ION Cannon Redux?
ION Cannon Redux?
When Intel released its Pine Trail platform for its latest Atom netbooks, it looked like it was game over for NVIDIA's Ion platform. As far as Intel was concerned, the newer Pine Trail platform simplified things by integrating the memory and graphics controller onto the same die as the CPU (codenamed Pineview but more readily known as the Atom N450) , which meant that there was no need for another graphics controller like in the older Atom platform (such as the N270 and N280 variants which popularly represent this segment).
For NVIDIA though, this seemed like a slap in the face, given how they still haven't managed to get a license for the Arrandale (mobile Core i7, i5, i3) processors and now they can't supply the chipsets for the Atom platform anymore. So instead, they've redefined the Ion platform and changed it from a chipset with better integrated graphics to a discrete graphics option for netbooks. Now, you might be wondering, why would netbooks need a discrete graphics solution?
That's because Intel's integrated graphics still lacks the performance punch, especially when it comes to handling high definition Adobe Flash video. While there exists a stopgap solution in the form of a Broadcom Crystal HD chip that may come with a select few netbooks, the lack of such functionality built-in does mean that NVIDIA has a way back into the netbook market again. The next generation Ion (formerly known as Ion 2) does basically everything the original Ion did, but now comes with NVIDIA's Optimus technology.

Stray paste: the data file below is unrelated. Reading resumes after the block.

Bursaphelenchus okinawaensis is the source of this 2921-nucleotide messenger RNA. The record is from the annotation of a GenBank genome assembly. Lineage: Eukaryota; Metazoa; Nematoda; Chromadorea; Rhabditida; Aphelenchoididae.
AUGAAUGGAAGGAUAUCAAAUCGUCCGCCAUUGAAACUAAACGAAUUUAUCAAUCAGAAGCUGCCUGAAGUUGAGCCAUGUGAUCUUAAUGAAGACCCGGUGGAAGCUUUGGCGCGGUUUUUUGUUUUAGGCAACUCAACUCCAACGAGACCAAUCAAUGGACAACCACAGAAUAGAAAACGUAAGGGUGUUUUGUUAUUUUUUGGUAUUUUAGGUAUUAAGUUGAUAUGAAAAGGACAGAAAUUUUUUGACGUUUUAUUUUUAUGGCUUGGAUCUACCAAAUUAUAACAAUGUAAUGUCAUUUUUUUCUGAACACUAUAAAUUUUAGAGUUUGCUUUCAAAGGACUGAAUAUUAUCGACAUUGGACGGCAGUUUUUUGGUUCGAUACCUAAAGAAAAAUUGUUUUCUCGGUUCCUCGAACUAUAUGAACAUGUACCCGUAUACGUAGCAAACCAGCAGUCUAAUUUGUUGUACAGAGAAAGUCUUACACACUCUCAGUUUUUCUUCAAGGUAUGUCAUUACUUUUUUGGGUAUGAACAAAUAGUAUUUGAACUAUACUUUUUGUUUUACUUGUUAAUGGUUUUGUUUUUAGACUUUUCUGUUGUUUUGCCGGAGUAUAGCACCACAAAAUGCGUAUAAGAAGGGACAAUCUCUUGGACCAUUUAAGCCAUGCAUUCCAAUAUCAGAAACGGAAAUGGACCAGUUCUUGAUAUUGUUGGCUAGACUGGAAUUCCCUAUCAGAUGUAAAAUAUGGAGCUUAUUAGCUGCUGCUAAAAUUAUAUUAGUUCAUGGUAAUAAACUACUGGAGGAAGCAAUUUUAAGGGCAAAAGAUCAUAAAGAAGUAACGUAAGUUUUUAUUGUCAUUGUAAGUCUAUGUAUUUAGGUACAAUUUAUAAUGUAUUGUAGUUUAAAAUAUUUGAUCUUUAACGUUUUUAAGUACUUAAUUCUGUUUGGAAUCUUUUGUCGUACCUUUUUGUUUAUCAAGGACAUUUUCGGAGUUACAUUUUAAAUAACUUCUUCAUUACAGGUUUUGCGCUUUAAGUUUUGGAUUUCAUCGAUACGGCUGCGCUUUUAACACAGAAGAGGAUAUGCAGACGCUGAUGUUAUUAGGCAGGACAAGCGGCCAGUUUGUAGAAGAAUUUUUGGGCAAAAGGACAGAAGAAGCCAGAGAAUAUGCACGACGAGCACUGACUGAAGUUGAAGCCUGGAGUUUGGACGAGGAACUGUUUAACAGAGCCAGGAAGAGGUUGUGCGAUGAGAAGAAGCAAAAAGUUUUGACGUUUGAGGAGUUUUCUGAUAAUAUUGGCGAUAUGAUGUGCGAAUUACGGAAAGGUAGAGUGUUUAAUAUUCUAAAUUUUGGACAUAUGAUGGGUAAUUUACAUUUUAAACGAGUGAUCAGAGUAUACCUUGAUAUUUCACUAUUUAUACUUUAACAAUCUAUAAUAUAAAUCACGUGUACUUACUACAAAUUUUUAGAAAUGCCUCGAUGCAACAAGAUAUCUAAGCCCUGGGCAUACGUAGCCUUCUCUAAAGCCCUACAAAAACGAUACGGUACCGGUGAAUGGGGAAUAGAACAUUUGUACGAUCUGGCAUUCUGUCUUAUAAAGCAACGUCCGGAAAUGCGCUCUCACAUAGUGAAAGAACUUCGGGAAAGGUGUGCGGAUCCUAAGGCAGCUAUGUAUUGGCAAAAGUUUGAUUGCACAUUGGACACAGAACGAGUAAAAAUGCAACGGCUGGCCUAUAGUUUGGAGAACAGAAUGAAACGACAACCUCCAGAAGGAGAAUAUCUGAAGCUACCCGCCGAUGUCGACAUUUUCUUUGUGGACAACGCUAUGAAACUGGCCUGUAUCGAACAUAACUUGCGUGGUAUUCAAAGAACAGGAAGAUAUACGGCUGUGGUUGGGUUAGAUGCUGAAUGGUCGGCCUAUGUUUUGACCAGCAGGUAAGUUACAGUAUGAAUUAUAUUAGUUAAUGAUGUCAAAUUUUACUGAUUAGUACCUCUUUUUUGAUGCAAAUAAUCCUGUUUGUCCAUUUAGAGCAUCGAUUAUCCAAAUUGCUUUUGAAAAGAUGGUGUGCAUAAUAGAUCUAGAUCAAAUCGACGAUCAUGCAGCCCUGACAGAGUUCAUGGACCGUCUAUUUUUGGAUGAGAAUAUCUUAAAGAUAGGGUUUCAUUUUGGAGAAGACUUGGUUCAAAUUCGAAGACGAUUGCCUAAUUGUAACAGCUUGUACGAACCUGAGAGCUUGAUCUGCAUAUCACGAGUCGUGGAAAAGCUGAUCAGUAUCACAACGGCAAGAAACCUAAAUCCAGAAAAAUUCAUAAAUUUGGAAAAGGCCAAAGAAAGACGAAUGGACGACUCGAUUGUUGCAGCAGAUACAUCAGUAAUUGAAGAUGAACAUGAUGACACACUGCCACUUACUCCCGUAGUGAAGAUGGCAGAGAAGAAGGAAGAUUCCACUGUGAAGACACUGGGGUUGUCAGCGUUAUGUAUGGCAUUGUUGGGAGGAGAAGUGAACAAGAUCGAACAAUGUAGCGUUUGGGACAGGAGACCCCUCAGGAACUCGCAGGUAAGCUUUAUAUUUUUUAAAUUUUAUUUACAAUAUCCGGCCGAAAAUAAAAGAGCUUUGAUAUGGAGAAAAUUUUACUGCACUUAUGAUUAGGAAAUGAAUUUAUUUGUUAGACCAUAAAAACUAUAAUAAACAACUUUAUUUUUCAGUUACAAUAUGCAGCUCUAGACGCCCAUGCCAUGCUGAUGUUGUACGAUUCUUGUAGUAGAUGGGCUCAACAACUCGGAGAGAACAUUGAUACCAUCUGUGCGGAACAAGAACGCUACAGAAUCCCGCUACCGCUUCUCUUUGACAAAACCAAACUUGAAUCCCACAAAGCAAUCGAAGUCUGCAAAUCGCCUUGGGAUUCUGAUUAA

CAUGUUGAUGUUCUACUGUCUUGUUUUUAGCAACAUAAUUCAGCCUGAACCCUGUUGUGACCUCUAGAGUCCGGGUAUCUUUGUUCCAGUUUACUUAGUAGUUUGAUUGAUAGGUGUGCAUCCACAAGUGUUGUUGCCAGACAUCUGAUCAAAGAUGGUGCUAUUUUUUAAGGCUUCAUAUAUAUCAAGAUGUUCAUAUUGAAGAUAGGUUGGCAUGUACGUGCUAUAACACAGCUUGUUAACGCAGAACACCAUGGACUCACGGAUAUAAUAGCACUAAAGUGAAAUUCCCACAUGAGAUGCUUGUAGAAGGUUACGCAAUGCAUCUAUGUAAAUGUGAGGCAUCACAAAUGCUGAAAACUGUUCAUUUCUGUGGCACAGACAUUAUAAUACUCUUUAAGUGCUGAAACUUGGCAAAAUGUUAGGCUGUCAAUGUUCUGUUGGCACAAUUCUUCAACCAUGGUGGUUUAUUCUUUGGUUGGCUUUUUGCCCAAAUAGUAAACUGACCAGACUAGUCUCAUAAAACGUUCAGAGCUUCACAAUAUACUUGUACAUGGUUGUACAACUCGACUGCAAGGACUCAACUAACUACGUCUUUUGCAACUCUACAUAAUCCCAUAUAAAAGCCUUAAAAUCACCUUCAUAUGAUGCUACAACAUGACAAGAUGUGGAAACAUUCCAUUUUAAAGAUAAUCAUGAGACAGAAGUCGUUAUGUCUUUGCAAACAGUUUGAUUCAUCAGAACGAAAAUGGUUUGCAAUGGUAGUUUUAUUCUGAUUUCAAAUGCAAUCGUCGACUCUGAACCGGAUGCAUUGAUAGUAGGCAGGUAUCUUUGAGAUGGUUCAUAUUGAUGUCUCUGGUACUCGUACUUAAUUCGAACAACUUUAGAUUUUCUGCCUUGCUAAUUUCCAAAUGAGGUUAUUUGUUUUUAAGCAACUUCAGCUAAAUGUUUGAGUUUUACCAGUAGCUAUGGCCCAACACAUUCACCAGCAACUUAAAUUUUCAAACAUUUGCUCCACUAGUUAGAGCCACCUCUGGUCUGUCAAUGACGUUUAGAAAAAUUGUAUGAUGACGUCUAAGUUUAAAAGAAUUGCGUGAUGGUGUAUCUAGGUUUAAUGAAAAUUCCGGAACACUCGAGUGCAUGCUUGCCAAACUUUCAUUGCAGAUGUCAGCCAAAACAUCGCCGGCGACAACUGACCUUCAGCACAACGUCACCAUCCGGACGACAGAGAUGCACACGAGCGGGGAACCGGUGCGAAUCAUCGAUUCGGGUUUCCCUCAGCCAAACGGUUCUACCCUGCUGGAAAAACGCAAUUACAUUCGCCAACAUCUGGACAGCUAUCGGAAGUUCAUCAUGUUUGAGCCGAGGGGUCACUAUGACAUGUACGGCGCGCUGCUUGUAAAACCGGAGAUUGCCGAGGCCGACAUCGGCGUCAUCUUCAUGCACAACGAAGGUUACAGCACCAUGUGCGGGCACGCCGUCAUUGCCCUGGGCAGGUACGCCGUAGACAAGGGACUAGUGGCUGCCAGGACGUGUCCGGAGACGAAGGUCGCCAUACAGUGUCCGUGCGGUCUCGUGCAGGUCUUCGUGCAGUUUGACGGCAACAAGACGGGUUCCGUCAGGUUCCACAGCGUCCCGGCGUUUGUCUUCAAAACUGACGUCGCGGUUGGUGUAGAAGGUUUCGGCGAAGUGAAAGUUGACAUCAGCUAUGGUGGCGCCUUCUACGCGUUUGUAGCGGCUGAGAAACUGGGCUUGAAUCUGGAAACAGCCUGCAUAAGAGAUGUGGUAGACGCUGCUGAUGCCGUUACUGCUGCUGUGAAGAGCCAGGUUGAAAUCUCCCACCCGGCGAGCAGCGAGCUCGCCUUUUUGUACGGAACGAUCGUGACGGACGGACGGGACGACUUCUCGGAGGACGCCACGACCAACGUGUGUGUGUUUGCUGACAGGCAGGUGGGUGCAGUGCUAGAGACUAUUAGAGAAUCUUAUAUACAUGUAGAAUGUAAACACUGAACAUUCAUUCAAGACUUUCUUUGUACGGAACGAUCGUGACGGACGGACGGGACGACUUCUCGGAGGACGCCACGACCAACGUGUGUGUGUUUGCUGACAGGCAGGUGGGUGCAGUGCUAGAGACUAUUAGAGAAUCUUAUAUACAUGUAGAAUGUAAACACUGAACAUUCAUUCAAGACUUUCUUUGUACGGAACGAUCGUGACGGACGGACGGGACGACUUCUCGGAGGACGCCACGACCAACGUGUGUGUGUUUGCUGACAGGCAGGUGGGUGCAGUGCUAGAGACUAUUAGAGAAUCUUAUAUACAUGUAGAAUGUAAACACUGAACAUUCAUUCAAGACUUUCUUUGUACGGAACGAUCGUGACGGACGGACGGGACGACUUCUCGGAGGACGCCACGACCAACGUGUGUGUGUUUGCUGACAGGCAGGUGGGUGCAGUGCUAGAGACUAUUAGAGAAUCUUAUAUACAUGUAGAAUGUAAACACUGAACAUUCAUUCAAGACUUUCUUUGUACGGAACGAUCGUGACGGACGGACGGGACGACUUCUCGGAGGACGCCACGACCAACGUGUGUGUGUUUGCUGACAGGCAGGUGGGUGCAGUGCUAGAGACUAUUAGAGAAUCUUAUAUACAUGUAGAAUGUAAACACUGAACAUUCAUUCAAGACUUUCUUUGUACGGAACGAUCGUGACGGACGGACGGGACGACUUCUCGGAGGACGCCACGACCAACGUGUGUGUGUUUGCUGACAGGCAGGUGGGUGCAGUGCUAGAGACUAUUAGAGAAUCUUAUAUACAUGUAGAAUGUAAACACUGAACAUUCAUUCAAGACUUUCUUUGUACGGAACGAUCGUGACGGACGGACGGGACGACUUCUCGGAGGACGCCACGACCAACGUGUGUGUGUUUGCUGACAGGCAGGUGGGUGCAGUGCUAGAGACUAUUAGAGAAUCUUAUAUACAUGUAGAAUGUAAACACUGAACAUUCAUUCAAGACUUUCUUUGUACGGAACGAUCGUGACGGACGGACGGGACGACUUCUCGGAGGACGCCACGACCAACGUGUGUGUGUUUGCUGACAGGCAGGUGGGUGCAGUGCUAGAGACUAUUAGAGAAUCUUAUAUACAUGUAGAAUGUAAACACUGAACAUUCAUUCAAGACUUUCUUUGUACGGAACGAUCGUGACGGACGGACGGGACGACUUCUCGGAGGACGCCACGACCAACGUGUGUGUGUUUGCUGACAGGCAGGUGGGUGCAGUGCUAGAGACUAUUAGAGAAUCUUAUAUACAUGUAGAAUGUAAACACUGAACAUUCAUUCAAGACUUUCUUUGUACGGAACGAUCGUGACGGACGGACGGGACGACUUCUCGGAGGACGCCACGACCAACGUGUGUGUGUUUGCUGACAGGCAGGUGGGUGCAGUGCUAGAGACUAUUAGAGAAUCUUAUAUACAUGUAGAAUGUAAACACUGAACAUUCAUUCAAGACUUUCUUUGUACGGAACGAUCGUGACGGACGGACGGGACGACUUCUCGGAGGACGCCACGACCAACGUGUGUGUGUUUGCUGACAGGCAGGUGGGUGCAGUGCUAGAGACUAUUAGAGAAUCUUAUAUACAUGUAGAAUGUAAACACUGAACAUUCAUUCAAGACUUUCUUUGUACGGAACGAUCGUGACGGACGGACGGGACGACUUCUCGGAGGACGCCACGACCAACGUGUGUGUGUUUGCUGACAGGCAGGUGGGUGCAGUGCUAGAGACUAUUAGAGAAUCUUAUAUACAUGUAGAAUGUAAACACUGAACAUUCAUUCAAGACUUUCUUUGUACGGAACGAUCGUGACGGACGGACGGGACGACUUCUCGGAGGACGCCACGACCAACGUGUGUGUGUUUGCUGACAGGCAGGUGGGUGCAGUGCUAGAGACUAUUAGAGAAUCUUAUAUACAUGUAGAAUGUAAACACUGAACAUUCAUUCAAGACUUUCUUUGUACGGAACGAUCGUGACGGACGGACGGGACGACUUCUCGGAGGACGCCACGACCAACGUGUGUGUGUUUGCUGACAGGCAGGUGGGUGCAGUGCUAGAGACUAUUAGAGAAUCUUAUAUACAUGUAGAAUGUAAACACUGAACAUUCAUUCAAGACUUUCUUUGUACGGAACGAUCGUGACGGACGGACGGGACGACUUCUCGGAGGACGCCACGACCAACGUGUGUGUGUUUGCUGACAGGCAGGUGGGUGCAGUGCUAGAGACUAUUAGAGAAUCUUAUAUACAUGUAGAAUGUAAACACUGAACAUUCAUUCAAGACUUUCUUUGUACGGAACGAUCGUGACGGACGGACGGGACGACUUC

We managed to get our hands on an early netbook build with NVIDIA's next generation Ion, and this time, it's the ASUS Eee PC 1201PN. It's a 12-inch netbook that comes with a top-end configuration of a dual-core Intel Atom D510 and NVIDIA's updated Ion for discrete graphics. Unfortunately, our test unit came equipped with an Intel Atom N450 processor instead. For now, let's take a quick look at this upcoming netbook.
If you find the ASUS Eee PC 1201PN looking very familiar, that's because it's sharing the same chassis as the previous ASUS Eee PC 1201N, which was a netbook equipped with the original NVIDIA Ion platform and a dual-core Intel Atom 330.
** Updated as of 23rd April 2010, 5pm **
We've just been informed that the ASUS Eee PC 1201PN come in various Atom CPU configurations like the D410, N450 and D510. But more importantly, this netbook will NOT support NVIDIA's Optimus technology as they are aiming to be the first in the market with the next generation Ion graphics engine. Additionally note that netbooks with next generation Ion using Windows 7 Starter will also not feature Optimus technology; only those using Windows 7 Home Premium like the Eee PC 1201PN have this feature support as an option. An Optimus equipped version of the ASUS Eee PC 1201PN will follow later this quarter of the year.